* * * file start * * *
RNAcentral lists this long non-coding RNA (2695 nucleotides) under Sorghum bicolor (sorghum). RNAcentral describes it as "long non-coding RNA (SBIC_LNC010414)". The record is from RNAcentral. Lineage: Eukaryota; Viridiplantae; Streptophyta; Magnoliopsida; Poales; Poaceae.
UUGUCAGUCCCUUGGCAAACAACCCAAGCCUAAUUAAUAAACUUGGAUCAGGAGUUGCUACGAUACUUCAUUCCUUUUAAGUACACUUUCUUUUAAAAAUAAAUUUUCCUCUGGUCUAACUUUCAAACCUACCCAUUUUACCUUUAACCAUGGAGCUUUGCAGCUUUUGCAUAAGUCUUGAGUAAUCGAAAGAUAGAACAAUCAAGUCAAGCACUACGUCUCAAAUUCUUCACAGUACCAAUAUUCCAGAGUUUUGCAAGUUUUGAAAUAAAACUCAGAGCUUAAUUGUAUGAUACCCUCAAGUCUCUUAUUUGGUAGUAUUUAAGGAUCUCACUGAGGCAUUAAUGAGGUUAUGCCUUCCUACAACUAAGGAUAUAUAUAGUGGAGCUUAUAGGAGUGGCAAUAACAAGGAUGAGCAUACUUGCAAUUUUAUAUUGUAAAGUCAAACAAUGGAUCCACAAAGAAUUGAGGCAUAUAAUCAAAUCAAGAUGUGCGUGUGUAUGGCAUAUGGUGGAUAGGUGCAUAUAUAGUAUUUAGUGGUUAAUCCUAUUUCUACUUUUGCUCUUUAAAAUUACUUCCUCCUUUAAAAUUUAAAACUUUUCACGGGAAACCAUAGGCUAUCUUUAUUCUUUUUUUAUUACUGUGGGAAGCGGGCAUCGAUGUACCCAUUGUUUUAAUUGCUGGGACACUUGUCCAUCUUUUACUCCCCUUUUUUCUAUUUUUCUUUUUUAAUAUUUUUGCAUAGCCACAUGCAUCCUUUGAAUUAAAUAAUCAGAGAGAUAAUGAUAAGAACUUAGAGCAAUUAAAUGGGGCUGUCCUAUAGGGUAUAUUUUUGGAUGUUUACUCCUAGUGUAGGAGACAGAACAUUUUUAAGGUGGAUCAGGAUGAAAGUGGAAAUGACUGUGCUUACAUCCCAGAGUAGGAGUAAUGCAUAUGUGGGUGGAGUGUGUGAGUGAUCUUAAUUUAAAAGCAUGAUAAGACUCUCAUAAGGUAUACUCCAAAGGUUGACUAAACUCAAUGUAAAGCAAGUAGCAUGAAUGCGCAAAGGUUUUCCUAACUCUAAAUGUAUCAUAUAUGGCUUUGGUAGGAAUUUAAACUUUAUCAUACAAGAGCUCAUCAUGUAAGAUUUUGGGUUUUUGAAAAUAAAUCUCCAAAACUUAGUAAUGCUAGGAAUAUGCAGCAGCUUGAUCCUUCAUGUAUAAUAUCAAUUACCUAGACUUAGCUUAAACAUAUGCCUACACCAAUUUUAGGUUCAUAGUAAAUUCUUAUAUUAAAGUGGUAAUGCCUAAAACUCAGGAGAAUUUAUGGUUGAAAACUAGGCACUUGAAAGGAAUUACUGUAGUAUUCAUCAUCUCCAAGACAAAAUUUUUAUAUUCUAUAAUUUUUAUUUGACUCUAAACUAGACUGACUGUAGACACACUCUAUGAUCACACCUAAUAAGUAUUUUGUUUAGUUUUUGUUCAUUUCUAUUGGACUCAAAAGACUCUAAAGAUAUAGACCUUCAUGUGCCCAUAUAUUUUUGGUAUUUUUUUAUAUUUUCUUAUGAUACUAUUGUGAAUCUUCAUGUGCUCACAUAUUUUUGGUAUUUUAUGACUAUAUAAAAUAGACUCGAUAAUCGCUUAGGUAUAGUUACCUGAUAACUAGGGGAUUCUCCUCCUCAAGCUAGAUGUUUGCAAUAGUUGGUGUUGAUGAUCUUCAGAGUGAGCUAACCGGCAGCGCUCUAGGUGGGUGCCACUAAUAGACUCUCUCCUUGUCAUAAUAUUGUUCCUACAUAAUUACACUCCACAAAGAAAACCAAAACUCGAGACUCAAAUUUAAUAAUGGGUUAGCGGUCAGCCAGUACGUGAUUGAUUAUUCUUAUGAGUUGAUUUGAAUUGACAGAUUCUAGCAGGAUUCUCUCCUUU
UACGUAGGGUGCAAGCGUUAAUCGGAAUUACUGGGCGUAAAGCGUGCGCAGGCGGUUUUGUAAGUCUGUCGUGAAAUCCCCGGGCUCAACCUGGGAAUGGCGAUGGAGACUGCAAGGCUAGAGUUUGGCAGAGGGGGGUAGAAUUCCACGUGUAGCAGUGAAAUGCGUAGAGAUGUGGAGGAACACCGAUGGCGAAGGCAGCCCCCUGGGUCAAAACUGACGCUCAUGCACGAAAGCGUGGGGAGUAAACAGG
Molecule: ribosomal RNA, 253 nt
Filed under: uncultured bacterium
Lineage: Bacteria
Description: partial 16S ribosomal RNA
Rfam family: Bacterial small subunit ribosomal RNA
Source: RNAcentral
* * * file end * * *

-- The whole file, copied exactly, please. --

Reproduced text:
RNAcentral lists this long non-coding RNA (2695 nucleotides) under Sorghum bicolor (sorghum). RNAcentral describes it as "long non-coding RNA (SBIC_LNC010414)". The record is from RNAcentral. Lineage: Eukaryota; Viridiplantae; Streptophyta; Magnoliopsida; Poales; Poaceae.
UUGUCAGUCCCUUGGCAAACAACCCAAGCCUAAUUAAUAAACUUGGAUCAGGAGUUGCUACGAUACUUCAUUCCUUUUAAGUACACUUUCUUUUAAAAAUAAAUUUUCCUCUGGUCUAACUUUCAAACCUACCCAUUUUACCUUUAACCAUGGAGCUUUGCAGCUUUUGCAUAAGUCUUGAGUAAUCGAAAGAUAGAACAAUCAAGUCAAGCACUACGUCUCAAAUUCUUCACAGUACCAAUAUUCCAGAGUUUUGCAAGUUUUGAAAUAAAACUCAGAGCUUAAUUGUAUGAUACCCUCAAGUCUCUUAUUUGGUAGUAUUUAAGGAUCUCACUGAGGCAUUAAUGAGGUUAUGCCUUCCUACAACUAAGGAUAUAUAUAGUGGAGCUUAUAGGAGUGGCAAUAACAAGGAUGAGCAUACUUGCAAUUUUAUAUUGUAAAGUCAAACAAUGGAUCCACAAAGAAUUGAGGCAUAUAAUCAAAUCAAGAUGUGCGUGUGUAUGGCAUAUGGUGGAUAGGUGCAUAUAUAGUAUUUAGUGGUUAAUCCUAUUUCUACUUUUGCUCUUUAAAAUUACUUCCUCCUUUAAAAUUUAAAACUUUUCACGGGAAACCAUAGGCUAUCUUUAUUCUUUUUUUAUUACUGUGGGAAGCGGGCAUCGAUGUACCCAUUGUUUUAAUUGCUGGGACACUUGUCCAUCUUUUACUCCCCUUUUUUCUAUUUUUCUUUUUUAAUAUUUUUGCAUAGCCACAUGCAUCCUUUGAAUUAAAUAAUCAGAGAGAUAAUGAUAAGAACUUAGAGCAAUUAAAUGGGGCUGUCCUAUAGGGUAUAUUUUUGGAUGUUUACUCCUAGUGUAGGAGACAGAACAUUUUUAAGGUGGAUCAGGAUGAAAGUGGAAAUGACUGUGCUUACAUCCCAGAGUAGGAGUAAUGCAUAUGUGGGUGGAGUGUGUGAGUGAUCUUAAUUUAAAAGCAUGAUAAGACUCUCAUAAGGUAUACUCCAAAGGUUGACUAAACUCAAUGUAAAGCAAGUAGCAUGAAUGCGCAAAGGUUUUCCUAACUCUAAAUGUAUCAUAUAUGGCUUUGGUAGGAAUUUAAACUUUAUCAUACAAGAGCUCAUCAUGUAAGAUUUUGGGUUUUUGAAAAUAAAUCUCCAAAACUUAGUAAUGCUAGGAAUAUGCAGCAGCUUGAUCCUUCAUGUAUAAUAUCAAUUACCUAGACUUAGCUUAAACAUAUGCCUACACCAAUUUUAGGUUCAUAGUAAAUUCUUAUAUUAAAGUGGUAAUGCCUAAAACUCAGGAGAAUUUAUGGUUGAAAACUAGGCACUUGAAAGGAAUUACUGUAGUAUUCAUCAUCUCCAAGACAAAAUUUUUAUAUUCUAUAAUUUUUAUUUGACUCUAAACUAGACUGACUGUAGACACACUCUAUGAUCACACCUAAUAAGUAUUUUGUUUAGUUUUUGUUCAUUUCUAUUGGACUCAAAAGACUCUAAAGAUAUAGACCUUCAUGUGCCCAUAUAUUUUUGGUAUUUUUUUAUAUUUUCUUAUGAUACUAUUGUGAAUCUUCAUGUGCUCACAUAUUUUUGGUAUUUUAUGACUAUAUAAAAUAGACUCGAUAAUCGCUUAGGUAUAGUUACCUGAUAACUAGGGGAUUCUCCUCCUCAAGCUAGAUGUUUGCAAUAGUUGGUGUUGAUGAUCUUCAGAGUGAGCUAACCGGCAGCGCUCUAGGUGGGUGCCACUAAUAGACUCUCUCCUUGUCAUAAUAUUGUUCCUACAUAAUUACACUCCACAAAGAAAACCAAAACUCGAGACUCAAAUUUAAUAAUGGGUUAGCGGUCAGCCAGUACGUGAUUGAUUAUUCUUAUGAGUUGAUUUGAAUUGACAGAUUCUAGCAGGAUUCUCUCCUUU
UACGUAGGGUGCAAGCGUUAAUCGGAAUUACUGGGCGUAAAGCGUGCGCAGGCGGUUUUGUAAGUCUGUCGUGAAAUCCCCGGGCUCAACCUGGGAAUGGCGAUGGAGACUGCAAGGCUAGAGUUUGGCAGAGGGGGGUAGAAUUCCACGUGUAGCAGUGAAAUGCGUAGAGAUGUGGAGGAACACCGAUGGCGAAGGCAGCCCCCUGGGUCAAAACUGACGCUCAUGCACGAAAGCGUGGGGAGUAAACAGG
Molecule: ribosomal RNA, 253 nt
Filed under: uncultured bacterium
Lineage: Bacteria
Description: partial 16S ribosomal RNA
Rfam family: Bacterial small subunit ribosomal RNA
Source: RNAcentral